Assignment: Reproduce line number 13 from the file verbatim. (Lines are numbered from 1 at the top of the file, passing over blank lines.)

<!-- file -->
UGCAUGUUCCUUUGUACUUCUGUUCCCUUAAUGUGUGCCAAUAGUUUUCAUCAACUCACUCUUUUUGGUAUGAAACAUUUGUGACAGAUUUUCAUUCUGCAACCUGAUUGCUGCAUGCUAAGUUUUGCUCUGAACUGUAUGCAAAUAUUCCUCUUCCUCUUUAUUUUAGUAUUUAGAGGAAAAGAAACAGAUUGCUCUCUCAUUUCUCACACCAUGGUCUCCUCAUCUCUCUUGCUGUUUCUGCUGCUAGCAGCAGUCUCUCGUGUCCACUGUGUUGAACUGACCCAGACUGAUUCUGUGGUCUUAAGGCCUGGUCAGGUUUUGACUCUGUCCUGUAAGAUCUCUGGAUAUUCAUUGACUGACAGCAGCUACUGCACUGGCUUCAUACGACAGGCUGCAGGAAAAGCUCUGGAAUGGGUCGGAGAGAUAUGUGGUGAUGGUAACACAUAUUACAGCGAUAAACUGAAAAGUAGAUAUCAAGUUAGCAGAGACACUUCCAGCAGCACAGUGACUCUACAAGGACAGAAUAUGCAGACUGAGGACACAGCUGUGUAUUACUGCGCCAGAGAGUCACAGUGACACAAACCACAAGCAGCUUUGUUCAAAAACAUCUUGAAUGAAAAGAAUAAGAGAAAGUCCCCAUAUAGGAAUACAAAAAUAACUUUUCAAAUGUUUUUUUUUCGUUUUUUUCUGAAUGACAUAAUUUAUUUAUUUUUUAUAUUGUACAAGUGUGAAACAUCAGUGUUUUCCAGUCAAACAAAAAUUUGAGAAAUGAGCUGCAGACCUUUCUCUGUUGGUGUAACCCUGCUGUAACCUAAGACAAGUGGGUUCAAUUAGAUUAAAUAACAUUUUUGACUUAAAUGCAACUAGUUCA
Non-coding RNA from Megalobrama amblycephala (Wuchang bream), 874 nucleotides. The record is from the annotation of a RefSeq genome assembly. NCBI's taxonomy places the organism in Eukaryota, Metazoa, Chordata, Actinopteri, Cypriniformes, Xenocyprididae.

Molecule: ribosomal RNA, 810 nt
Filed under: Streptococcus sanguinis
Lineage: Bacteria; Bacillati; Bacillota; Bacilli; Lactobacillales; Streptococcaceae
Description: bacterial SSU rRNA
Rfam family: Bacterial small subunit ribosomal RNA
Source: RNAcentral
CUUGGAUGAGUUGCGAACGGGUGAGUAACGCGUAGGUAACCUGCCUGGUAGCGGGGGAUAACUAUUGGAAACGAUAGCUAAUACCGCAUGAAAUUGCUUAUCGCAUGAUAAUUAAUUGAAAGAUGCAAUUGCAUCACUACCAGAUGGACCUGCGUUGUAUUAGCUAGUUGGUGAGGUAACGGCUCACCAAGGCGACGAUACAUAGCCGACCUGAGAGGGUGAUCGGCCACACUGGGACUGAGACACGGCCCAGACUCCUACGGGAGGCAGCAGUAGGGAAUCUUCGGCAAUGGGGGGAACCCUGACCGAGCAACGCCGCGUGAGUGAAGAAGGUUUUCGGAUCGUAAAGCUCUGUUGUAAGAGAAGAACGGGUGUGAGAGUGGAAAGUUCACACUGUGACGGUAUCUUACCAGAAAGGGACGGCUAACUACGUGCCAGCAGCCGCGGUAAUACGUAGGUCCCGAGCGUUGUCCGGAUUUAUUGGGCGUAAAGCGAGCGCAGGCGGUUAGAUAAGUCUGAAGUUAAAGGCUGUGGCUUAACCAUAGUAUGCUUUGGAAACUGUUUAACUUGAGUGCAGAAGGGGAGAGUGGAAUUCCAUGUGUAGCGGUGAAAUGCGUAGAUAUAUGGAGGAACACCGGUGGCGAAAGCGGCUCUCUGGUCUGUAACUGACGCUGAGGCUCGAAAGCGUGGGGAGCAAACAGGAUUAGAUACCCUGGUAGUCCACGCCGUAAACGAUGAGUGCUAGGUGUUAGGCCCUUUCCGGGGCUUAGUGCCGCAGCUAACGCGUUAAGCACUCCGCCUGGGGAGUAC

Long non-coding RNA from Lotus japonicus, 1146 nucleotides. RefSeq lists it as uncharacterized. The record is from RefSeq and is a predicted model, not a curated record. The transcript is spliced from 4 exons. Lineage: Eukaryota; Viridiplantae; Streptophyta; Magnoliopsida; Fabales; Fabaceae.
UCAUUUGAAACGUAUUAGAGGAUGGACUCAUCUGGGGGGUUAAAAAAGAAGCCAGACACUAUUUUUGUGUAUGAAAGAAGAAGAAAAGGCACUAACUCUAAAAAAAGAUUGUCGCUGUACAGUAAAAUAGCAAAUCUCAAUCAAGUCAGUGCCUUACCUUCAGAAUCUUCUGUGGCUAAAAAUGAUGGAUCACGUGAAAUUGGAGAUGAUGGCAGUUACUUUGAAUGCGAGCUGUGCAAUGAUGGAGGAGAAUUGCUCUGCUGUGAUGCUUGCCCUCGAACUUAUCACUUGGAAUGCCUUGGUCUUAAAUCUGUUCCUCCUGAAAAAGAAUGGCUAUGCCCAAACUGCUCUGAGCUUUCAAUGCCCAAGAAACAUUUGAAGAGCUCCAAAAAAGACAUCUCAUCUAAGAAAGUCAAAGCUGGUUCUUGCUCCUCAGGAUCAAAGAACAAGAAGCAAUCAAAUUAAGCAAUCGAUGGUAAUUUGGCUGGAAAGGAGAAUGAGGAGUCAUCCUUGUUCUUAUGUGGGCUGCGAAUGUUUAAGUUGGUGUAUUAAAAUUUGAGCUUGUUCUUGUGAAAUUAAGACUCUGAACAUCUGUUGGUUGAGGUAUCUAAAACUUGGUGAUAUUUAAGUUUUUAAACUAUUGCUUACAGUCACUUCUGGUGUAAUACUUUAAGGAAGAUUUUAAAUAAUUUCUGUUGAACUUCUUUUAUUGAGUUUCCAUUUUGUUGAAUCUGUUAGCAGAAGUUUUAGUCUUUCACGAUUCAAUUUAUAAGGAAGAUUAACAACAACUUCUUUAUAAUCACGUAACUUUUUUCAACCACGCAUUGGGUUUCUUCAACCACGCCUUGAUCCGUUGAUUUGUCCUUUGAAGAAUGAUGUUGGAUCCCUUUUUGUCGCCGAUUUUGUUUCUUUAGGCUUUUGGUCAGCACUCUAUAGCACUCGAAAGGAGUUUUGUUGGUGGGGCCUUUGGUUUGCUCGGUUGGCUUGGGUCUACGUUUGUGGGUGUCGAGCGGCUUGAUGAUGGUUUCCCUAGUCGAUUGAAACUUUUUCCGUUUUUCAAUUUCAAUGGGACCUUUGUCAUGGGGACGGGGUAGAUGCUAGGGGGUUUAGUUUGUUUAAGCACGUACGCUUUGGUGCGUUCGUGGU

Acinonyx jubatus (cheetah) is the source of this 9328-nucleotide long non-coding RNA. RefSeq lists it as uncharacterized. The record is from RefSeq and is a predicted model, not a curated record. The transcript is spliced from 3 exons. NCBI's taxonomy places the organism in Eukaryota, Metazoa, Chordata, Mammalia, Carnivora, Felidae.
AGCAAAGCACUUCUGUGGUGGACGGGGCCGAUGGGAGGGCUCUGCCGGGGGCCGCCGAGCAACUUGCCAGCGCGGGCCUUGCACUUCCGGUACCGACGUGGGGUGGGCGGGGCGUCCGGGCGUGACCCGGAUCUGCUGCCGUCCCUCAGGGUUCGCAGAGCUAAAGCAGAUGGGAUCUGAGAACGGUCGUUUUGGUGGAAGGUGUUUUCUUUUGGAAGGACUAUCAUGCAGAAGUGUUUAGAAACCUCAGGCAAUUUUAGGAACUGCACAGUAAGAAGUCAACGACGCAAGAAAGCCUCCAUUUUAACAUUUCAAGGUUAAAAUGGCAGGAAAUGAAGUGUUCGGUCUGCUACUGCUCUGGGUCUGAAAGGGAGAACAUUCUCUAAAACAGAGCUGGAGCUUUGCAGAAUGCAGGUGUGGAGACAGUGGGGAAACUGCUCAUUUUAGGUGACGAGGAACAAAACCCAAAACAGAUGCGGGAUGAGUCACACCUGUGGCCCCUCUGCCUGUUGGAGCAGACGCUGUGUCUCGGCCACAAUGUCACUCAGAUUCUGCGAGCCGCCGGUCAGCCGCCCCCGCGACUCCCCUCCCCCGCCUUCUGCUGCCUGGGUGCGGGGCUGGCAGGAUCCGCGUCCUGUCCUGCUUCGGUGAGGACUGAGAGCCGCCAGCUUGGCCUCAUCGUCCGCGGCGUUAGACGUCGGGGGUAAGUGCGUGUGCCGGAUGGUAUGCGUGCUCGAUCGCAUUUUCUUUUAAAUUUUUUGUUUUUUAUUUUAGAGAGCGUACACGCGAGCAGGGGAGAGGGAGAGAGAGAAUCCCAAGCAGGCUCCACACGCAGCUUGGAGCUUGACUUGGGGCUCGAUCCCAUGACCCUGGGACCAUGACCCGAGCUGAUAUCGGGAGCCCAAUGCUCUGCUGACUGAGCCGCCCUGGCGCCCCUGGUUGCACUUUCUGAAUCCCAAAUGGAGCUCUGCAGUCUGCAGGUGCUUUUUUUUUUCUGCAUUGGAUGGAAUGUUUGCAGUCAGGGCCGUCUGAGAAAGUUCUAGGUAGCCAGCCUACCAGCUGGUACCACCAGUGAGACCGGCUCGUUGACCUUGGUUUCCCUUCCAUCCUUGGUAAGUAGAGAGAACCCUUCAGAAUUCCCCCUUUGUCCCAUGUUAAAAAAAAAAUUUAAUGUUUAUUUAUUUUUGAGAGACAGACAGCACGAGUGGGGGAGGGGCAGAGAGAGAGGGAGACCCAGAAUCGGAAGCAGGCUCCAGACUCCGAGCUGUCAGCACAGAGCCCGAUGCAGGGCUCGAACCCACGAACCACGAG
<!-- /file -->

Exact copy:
AGCAAAGCACUUCUGUGGUGGACGGGGCCGAUGGGAGGGCUCUGCCGGGGGCCGCCGAGCAACUUGCCAGCGCGGGCCUUGCACUUCCGGUACCGACGUGGGGUGGGCGGGGCGUCCGGGCGUGACCCGGAUCUGCUGCCGUCCCUCAGGGUUCGCAGAGCUAAAGCAGAUGGGAUCUGAGAACGGUCGUUUUGGUGGAAGGUGUUUUCUUUUGGAAGGACUAUCAUGCAGAAGUGUUUAGAAACCUCAGGCAAUUUUAGGAACUGCACAGUAAGAAGUCAACGACGCAAGAAAGCCUCCAUUUUAACAUUUCAAGGUUAAAAUGGCAGGAAAUGAAGUGUUCGGUCUGCUACUGCUCUGGGUCUGAAAGGGAGAACAUUCUCUAAAACAGAGCUGGAGCUUUGCAGAAUGCAGGUGUGGAGACAGUGGGGAAACUGCUCAUUUUAGGUGACGAGGAACAAAACCCAAAACAGAUGCGGGAUGAGUCACACCUGUGGCCCCUCUGCCUGUUGGAGCAGACGCUGUGUCUCGGCCACAAUGUCACUCAGAUUCUGCGAGCCGCCGGUCAGCCGCCCCCGCGACUCCCCUCCCCCGCCUUCUGCUGCCUGGGUGCGGGGCUGGCAGGAUCCGCGUCCUGUCCUGCUUCGGUGAGGACUGAGAGCCGCCAGCUUGGCCUCAUCGUCCGCGGCGUUAGACGUCGGGGGUAAGUGCGUGUGCCGGAUGGUAUGCGUGCUCGAUCGCAUUUUCUUUUAAAUUUUUUGUUUUUUAUUUUAGAGAGCGUACACGCGAGCAGGGGAGAGGGAGAGAGAGAAUCCCAAGCAGGCUCCACACGCAGCUUGGAGCUUGACUUGGGGCUCGAUCCCAUGACCCUGGGACCAUGACCCGAGCUGAUAUCGGGAGCCCAAUGCUCUGCUGACUGAGCCGCCCUGGCGCCCCUGGUUGCACUUUCUGAAUCCCAAAUGGAGCUCUGCAGUCUGCAGGUGCUUUUUUUUUUCUGCAUUGGAUGGAAUGUUUGCAGUCAGGGCCGUCUGAGAAAGUUCUAGGUAGCCAGCCUACCAGCUGGUACCACCAGUGAGACCGGCUCGUUGACCUUGGUUUCCCUUCCAUCCUUGGUAAGUAGAGAGAACCCUUCAGAAUUCCCCCUUUGUCCCAUGUUAAAAAAAAAAUUUAAUGUUUAUUUAUUUUUGAGAGACAGACAGCACGAGUGGGGGAGGGGCAGAGAGAGAGGGAGACCCAGAAUCGGAAGCAGGCUCCAGACUCCGAGCUGUCAGCACAGAGCCCGAUGCAGGGCUCGAACCCACGAACCACGAG